Embark or miss the boat?
For many print service providers, the current financial realities are writ large and need not be rehearsed here. Suffice to say any port, even uncharted ones, can appear safe havens in an economic storm. As a print service provider steering through economic uncertainty, you take your eye off your technology compass at your peril. Its cardinal points remain innovation, efficiency, performance and opportunity. So in which direction is the needle pointing? The promise of new markets, receptive customers and enhanced margins is justification enough for any hard-nosed boss wearied from battening down the hatches, to change tack.
Recent advances in ink chemistry, media and imaging systems have converged, offering more from less. Digital textile is a case in point and many see this as the way ahead. But to my mind that ship has already sailed. Did you embark or miss the boat?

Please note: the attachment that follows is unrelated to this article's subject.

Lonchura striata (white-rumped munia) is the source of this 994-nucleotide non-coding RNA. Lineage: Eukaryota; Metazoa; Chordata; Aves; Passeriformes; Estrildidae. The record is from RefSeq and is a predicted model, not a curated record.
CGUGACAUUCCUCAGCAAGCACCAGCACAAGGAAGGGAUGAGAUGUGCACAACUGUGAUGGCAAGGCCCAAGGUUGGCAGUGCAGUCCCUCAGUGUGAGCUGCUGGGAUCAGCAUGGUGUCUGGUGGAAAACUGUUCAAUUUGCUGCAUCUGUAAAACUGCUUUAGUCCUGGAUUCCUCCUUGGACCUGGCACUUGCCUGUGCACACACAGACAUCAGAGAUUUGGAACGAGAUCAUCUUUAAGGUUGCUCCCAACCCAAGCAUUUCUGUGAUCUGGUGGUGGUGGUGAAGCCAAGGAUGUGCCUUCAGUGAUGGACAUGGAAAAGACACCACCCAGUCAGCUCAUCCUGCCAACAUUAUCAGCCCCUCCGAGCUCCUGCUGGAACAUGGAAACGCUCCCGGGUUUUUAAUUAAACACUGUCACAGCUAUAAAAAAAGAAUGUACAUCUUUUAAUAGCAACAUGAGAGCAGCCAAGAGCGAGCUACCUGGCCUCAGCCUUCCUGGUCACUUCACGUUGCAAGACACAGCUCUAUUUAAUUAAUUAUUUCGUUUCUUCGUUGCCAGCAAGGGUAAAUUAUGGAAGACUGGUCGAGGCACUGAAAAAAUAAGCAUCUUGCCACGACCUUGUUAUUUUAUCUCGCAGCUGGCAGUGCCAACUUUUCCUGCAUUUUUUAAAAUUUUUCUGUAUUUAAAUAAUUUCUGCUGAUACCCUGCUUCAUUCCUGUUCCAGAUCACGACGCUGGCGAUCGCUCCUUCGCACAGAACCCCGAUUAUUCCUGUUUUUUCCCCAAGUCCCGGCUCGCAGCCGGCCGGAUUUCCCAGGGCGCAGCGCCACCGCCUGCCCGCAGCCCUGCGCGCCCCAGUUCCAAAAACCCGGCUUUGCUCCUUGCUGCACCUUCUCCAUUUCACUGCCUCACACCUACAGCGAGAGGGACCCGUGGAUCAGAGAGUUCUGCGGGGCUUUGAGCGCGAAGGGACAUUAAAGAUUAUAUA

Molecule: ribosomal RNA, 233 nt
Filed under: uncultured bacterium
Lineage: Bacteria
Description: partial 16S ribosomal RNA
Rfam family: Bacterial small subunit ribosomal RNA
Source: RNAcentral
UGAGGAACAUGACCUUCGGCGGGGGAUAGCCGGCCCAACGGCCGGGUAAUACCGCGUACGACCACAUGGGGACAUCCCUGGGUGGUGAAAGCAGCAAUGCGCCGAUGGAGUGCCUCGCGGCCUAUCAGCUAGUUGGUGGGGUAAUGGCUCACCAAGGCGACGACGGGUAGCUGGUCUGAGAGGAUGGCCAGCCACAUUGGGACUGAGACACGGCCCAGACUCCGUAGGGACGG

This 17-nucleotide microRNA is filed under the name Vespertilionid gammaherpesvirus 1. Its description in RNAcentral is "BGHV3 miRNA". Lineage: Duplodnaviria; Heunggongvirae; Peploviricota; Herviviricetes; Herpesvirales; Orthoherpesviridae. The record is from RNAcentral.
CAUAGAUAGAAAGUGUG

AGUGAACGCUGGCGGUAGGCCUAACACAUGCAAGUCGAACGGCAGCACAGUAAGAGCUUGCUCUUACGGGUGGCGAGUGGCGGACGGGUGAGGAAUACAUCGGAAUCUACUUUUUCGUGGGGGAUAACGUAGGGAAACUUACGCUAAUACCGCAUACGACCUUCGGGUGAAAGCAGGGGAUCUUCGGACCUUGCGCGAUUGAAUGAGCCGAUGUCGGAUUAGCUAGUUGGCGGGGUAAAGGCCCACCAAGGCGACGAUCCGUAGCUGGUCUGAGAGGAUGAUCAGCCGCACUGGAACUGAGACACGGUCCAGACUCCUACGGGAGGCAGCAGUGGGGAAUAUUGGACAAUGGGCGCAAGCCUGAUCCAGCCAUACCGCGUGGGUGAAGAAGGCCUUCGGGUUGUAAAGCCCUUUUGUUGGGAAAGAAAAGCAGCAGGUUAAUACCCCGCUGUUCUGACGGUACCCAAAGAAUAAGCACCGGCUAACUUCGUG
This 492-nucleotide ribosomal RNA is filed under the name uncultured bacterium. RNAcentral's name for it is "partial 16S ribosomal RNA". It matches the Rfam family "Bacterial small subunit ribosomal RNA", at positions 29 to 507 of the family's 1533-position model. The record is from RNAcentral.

What is news is that new technology is offering fabric printing capability from machines that are no longer one trick ponies; the Designjet L26500 from HP is just one example. For dyed-in-the-wool textile converters, digital textile isn’t good enough compared to traditional processes. For others, it could prove a stitch in time for balance sheets fraying at the edges. The quality, versatility and low investment point of digital textile is reason enough to get on board now rather than wait for the next launch of cloth-capable machines. Someone once said, “a fair idea put to use is better than a good idea kept on the polishing wheel.”
The possibility of printing directly onto textiles opens doors that remained closed until now. Fresh expressions in visual communication; retail, brand promotion, soft signage, interior décor, wall art, garden and leisure products deserve another look. As ever, managing customer expectations is fundamental to success. Still, any stimulus to our marketplace is to be welcomed since a rising tide lifts all ships.
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